Some recent posts have focused on the medical issues inherent in eating disorders. Classifying these illnesses as psychiatric belies the reality that disruptions in eating patterns trigger significant medical comorbidities, some obvious like vitamin deficiencies or osteoporosis, others less so like renal dysfunction or endocrine abnormalities.
The classification system for eating disorders elucidates the more obvious psychological symptoms of these illnesses: feeling fat, the overwhelming need to restrict intake and the urge to lose weight no matter what cost. The sad reality of our current societal norms is that many people who don't have eating disorders espouse these beliefs, at least on the surface.
The plethora of unrealistic, if not harmful, diets, cleanses, and reality weight loss shows points to the fact that eating disorders are only a step past what's considered perfectly reasonable in this day and age. It appears that the unlucky few who are genetically programmed to respond differently to an extended period of food restriction or overexercise cross the line into a disorder from the more typical disordered eating. The acceptance of disordered eating puts the susceptible ones at risk, but the drive for thinness makes those who get sick necessary casualties to satisfy our collective obsession.
Despite the communal experience of food and weight, there are some psychological thought processes of eating disorders that step past what is considered reasonable and can even be seen as delusional, a fixed belief that is clearly false but unwavering. These thoughts often reside in the eating disorder of someone who is otherwise very practical, clear-headed and logical about life, someone even whom others seek out for guidance and advice. However, buried deeply under the rational facade is a host of thoughts about food and weight that is nonsensical and clearly untrue but guide that person's daily life.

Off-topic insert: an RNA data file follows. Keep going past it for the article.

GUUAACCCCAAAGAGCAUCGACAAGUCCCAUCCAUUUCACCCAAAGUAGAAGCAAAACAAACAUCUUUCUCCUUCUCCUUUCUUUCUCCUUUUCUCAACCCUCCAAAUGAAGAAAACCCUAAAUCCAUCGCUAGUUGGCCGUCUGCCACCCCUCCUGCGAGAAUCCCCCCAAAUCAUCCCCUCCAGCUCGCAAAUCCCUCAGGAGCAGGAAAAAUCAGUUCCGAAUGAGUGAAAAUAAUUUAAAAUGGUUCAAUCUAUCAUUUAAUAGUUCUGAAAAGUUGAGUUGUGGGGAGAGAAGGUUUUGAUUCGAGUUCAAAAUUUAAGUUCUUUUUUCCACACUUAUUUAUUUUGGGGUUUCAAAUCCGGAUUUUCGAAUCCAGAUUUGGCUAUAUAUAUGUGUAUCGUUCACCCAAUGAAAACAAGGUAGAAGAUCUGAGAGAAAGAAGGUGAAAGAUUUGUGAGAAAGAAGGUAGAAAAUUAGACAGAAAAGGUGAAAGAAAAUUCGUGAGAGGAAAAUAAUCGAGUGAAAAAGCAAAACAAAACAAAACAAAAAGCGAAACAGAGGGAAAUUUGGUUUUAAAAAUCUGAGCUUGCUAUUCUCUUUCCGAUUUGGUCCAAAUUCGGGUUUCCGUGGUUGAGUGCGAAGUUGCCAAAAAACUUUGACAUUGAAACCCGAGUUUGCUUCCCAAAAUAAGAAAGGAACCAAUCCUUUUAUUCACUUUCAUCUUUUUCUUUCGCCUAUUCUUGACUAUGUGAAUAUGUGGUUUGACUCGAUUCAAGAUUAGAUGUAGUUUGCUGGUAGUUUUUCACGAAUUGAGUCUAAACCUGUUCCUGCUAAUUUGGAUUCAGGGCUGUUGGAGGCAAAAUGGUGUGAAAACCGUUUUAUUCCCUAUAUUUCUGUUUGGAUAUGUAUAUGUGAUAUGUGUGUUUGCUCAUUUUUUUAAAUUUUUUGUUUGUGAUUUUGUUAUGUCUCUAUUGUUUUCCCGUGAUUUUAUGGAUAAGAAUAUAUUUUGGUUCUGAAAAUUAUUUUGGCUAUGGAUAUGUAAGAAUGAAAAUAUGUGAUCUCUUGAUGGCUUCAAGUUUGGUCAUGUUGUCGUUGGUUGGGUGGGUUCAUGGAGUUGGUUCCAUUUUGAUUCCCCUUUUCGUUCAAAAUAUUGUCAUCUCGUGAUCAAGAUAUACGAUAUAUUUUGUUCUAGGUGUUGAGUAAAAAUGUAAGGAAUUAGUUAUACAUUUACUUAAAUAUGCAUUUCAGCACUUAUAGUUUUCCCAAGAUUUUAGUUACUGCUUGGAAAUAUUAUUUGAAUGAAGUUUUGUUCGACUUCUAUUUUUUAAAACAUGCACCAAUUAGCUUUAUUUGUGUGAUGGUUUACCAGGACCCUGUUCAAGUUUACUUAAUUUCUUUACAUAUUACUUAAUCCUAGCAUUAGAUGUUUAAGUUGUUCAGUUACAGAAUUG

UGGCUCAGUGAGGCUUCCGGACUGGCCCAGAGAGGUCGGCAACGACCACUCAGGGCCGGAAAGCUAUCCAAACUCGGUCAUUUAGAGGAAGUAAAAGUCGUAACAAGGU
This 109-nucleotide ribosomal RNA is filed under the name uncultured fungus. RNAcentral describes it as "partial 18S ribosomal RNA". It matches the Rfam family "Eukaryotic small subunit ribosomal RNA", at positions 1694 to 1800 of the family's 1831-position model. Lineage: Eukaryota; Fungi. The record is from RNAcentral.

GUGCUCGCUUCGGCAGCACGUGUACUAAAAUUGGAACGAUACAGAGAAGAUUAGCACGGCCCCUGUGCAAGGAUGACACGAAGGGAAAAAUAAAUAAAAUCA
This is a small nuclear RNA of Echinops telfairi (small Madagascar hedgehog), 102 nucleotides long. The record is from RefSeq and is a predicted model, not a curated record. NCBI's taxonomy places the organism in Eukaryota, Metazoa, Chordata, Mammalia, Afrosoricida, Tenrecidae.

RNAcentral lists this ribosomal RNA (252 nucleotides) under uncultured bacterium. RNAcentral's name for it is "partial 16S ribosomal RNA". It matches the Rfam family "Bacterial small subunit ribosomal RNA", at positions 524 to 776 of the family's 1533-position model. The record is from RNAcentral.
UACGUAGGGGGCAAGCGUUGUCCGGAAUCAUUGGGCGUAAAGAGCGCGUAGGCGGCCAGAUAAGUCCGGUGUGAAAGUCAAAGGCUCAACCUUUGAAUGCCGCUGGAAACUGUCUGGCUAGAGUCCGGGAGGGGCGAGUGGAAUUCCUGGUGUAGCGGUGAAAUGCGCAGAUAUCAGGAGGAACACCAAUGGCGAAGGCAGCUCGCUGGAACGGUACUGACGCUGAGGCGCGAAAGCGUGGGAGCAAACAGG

In these symptoms, the psychiatric nature of an eating disorder is abundantly clear.
Common symptoms tend to involve the same basic premise that food is somehow detrimental for one's health and well-being. This thought process extends past a fear of foods, an idea that many diets and ill-advised nutrition research advocate, towards the attribution of an almost evil purpose to food. As that belief becomes more fixed, the natural response to avoid food and to feel that eating will jeopardize one's well-being is a natural, logical step.
Once food is seen as the enemy and harmful, convincing someone that this thought is patently false becomes very challenging. It is so antithetical to people without eating disorders to view food in this way that someone with this kind of eating disorder seems very foreign and lives life very differently from other people and in fact differently from people with eating disorders who don't have these delusional thoughts.
The process of realizing these thoughts are false takes time but is very possible in successful treatment. It's clear that other people don't view food in this way and that approaching food, something commensurate with healthy life, as harmful makes one's daily existence very difficult. There is a learning process to change deeply rooted behaviors associated with the delusion, but sustained challenges to old thought patterns can be very effective.
These delusional thoughts are part of an illness. Even though they are not logical and clearly untrue, they render an otherwise thoughtful, kind and caring person seemingly very unwell. However, these illogical thoughts are circumscribed solely to the experience with food and don't take away that person's value as a human being. Even the most confusing parts of an eating disorder cannot take away the humanity and empathy of the person underneath.